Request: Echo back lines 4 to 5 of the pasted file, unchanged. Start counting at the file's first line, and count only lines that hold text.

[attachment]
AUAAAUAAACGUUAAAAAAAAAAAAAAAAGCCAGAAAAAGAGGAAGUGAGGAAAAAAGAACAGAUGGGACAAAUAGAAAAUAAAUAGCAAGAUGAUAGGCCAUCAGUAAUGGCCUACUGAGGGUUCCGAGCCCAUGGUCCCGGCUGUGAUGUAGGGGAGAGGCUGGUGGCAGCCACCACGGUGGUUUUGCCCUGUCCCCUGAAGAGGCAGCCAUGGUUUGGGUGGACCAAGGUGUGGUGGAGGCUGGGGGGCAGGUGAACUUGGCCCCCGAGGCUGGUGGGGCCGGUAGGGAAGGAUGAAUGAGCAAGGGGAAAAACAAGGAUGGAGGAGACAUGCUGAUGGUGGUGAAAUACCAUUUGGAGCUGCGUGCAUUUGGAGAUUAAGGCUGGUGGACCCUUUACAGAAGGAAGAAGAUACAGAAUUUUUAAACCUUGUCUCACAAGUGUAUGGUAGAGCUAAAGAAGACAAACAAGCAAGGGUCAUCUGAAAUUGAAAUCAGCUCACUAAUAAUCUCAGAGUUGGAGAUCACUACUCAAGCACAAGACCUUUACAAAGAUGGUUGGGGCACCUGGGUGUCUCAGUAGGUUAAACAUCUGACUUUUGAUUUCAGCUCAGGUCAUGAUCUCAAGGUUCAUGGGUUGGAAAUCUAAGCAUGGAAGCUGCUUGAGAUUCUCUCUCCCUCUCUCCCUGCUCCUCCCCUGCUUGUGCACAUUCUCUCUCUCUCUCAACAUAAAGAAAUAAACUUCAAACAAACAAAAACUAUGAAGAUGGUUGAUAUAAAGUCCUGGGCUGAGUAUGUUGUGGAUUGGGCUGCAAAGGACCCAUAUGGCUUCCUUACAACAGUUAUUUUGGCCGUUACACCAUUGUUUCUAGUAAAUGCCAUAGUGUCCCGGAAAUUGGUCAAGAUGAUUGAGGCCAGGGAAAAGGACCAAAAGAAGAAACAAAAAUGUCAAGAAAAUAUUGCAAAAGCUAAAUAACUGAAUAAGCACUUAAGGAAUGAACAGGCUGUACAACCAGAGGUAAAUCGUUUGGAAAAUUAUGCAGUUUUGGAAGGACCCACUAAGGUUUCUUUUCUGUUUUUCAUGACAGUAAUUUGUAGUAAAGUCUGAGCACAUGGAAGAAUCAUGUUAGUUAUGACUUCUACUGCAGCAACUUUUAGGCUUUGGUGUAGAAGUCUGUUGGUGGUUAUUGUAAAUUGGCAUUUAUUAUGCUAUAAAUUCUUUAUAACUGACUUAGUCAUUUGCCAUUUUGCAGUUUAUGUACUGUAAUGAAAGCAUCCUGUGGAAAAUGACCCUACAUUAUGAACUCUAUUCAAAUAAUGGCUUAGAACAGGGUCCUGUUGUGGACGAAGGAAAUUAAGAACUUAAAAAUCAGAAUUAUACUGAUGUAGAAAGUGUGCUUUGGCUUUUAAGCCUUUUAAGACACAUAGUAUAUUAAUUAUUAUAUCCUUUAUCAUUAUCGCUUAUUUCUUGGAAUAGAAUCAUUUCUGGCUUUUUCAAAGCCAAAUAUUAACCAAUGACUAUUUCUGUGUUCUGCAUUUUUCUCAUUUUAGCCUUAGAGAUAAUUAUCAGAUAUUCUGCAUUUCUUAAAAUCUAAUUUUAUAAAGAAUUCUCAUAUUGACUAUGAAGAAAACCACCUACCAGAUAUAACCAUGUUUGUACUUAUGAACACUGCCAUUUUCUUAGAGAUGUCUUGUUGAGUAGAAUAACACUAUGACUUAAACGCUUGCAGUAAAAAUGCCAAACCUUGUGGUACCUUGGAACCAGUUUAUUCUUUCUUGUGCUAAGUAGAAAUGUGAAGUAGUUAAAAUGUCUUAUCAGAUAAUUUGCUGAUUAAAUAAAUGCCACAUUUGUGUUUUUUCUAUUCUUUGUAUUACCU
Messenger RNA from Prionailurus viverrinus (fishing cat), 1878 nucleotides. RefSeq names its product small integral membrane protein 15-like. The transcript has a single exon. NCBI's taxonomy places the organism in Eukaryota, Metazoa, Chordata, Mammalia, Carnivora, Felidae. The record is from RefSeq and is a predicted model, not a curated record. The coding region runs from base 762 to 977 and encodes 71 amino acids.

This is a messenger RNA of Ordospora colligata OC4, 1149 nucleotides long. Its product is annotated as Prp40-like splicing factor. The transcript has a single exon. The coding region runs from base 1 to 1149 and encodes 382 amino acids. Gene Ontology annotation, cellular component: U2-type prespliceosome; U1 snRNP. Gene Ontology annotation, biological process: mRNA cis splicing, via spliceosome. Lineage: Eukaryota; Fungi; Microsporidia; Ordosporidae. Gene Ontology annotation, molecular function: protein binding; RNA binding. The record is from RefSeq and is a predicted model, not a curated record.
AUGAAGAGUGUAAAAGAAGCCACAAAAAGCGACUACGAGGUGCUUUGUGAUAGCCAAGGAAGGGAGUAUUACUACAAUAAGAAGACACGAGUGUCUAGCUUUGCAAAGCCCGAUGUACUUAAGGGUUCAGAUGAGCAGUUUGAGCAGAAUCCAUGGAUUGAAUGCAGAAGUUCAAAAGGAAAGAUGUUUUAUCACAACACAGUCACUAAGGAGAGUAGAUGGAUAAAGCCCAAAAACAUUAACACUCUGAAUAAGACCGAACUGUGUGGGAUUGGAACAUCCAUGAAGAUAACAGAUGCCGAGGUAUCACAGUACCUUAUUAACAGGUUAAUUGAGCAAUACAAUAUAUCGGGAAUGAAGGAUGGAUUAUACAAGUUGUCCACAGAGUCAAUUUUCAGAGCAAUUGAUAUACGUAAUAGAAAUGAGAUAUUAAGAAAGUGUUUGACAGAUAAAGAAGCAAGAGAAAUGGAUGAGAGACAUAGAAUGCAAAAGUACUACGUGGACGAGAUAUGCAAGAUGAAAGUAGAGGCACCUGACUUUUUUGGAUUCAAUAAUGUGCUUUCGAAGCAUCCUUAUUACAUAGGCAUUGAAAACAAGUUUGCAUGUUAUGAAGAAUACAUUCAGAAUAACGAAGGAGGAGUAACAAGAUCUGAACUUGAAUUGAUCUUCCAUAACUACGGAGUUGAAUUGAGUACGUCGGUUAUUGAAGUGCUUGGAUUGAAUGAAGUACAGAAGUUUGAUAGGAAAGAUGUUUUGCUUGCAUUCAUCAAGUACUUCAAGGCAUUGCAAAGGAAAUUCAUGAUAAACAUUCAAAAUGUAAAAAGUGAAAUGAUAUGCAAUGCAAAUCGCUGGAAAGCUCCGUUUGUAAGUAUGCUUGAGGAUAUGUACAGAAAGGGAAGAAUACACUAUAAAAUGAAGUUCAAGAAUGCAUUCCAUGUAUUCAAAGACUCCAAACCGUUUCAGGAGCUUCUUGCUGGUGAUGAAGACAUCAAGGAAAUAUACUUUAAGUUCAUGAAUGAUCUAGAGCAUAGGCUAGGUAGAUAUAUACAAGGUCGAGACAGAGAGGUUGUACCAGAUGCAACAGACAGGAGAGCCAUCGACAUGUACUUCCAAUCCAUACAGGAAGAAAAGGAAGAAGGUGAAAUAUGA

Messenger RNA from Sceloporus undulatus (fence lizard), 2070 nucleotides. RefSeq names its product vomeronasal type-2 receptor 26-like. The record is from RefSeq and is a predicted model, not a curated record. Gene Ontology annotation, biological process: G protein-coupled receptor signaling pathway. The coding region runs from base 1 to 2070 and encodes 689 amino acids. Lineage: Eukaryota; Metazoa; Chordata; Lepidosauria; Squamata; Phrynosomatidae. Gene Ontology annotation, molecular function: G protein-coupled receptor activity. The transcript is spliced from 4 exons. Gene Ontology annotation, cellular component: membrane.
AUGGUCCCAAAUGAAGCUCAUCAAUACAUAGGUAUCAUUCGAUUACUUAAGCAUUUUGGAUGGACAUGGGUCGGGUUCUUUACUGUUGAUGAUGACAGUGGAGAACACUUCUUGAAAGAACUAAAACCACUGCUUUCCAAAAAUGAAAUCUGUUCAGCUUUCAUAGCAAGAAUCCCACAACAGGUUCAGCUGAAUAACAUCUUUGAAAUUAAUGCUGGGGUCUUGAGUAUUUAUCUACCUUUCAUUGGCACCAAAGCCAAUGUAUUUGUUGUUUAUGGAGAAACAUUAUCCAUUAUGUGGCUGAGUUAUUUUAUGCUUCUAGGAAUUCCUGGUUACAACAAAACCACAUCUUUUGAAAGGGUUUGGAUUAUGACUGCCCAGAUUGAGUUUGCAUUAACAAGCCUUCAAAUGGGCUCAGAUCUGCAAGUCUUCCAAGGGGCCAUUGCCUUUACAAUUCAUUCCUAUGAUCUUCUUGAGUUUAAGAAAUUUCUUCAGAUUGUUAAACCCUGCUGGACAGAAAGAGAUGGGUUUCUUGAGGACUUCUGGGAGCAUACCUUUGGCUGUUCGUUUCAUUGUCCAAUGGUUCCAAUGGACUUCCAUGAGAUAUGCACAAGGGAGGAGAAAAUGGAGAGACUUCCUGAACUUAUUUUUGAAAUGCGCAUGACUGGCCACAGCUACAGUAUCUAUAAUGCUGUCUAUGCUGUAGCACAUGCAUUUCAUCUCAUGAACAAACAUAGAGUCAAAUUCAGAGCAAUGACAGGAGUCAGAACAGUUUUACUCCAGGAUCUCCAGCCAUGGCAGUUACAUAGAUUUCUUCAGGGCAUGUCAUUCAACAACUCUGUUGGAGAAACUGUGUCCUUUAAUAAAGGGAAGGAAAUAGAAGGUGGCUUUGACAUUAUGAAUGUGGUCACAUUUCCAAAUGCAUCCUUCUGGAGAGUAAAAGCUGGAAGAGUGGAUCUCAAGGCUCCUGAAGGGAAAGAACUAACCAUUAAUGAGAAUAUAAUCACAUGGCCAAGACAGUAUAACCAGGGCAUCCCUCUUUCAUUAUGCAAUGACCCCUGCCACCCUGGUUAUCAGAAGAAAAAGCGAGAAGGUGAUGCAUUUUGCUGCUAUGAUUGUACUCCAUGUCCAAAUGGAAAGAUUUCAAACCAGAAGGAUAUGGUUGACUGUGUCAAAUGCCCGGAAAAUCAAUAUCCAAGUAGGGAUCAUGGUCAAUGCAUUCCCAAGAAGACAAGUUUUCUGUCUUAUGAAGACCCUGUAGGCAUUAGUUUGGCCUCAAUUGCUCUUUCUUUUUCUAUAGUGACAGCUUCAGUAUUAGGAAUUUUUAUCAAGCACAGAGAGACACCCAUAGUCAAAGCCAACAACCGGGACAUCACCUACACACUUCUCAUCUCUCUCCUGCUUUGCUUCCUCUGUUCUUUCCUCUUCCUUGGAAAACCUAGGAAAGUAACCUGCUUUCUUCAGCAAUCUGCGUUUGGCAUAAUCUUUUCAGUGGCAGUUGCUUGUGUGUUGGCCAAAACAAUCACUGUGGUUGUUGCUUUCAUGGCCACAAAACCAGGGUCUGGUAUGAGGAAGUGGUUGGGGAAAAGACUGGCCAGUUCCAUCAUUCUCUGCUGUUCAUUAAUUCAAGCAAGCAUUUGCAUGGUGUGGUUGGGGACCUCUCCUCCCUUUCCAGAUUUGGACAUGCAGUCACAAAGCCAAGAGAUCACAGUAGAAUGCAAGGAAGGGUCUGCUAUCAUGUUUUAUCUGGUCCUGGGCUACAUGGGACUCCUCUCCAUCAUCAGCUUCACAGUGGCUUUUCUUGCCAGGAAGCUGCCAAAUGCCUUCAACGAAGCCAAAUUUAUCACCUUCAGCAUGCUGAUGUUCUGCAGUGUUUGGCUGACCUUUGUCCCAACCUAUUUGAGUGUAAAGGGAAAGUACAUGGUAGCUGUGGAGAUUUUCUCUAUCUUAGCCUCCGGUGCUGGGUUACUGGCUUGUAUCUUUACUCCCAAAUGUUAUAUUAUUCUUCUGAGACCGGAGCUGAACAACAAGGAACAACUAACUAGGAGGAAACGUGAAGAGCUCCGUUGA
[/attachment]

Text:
AUGAAGAGUGUAAAAGAAGCCACAAAAAGCGACUACGAGGUGCUUUGUGAUAGCCAAGGAAGGGAGUAUUACUACAAUAAGAAGACACGAGUGUCUAGCUUUGCAAAGCCCGAUGUACUUAAGGGUUCAGAUGAGCAGUUUGAGCAGAAUCCAUGGAUUGAAUGCAGAAGUUCAAAAGGAAAGAUGUUUUAUCACAACACAGUCACUAAGGAGAGUAGAUGGAUAAAGCCCAAAAACAUUAACACUCUGAAUAAGACCGAACUGUGUGGGAUUGGAACAUCCAUGAAGAUAACAGAUGCCGAGGUAUCACAGUACCUUAUUAACAGGUUAAUUGAGCAAUACAAUAUAUCGGGAAUGAAGGAUGGAUUAUACAAGUUGUCCACAGAGUCAAUUUUCAGAGCAAUUGAUAUACGUAAUAGAAAUGAGAUAUUAAGAAAGUGUUUGACAGAUAAAGAAGCAAGAGAAAUGGAUGAGAGACAUAGAAUGCAAAAGUACUACGUGGACGAGAUAUGCAAGAUGAAAGUAGAGGCACCUGACUUUUUUGGAUUCAAUAAUGUGCUUUCGAAGCAUCCUUAUUACAUAGGCAUUGAAAACAAGUUUGCAUGUUAUGAAGAAUACAUUCAGAAUAACGAAGGAGGAGUAACAAGAUCUGAACUUGAAUUGAUCUUCCAUAACUACGGAGUUGAAUUGAGUACGUCGGUUAUUGAAGUGCUUGGAUUGAAUGAAGUACAGAAGUUUGAUAGGAAAGAUGUUUUGCUUGCAUUCAUCAAGUACUUCAAGGCAUUGCAAAGGAAAUUCAUGAUAAACAUUCAAAAUGUAAAAAGUGAAAUGAUAUGCAAUGCAAAUCGCUGGAAAGCUCCGUUUGUAAGUAUGCUUGAGGAUAUGUACAGAAAGGGAAGAAUACACUAUAAAAUGAAGUUCAAGAAUGCAUUCCAUGUAUUCAAAGACUCCAAACCGUUUCAGGAGCUUCUUGCUGGUGAUGAAGACAUCAAGGAAAUAUACUUUAAGUUCAUGAAUGAUCUAGAGCAUAGGCUAGGUAGAUAUAUACAAGGUCGAGACAGAGAGGUUGUACCAGAUGCAACAGACAGGAGAGCCAUCGACAUGUACUUCCAAUCCAUACAGGAAGAAAAGGAAGAAGGUGAAAUAUGA

Messenger RNA from Sceloporus undulatus (fence lizard), 2070 nucleotides. RefSeq names its product vomeronasal type-2 receptor 26-like. The record is from RefSeq and is a predicted model, not a curated record. Gene Ontology annotation, biological process: G protein-coupled receptor signaling pathway. The coding region runs from base 1 to 2070 and encodes 689 amino acids. Lineage: Eukaryota; Metazoa; Chordata; Lepidosauria; Squamata; Phrynosomatidae. Gene Ontology annotation, molecular function: G protein-coupled receptor activity. The transcript is spliced from 4 exons. Gene Ontology annotation, cellular component: membrane.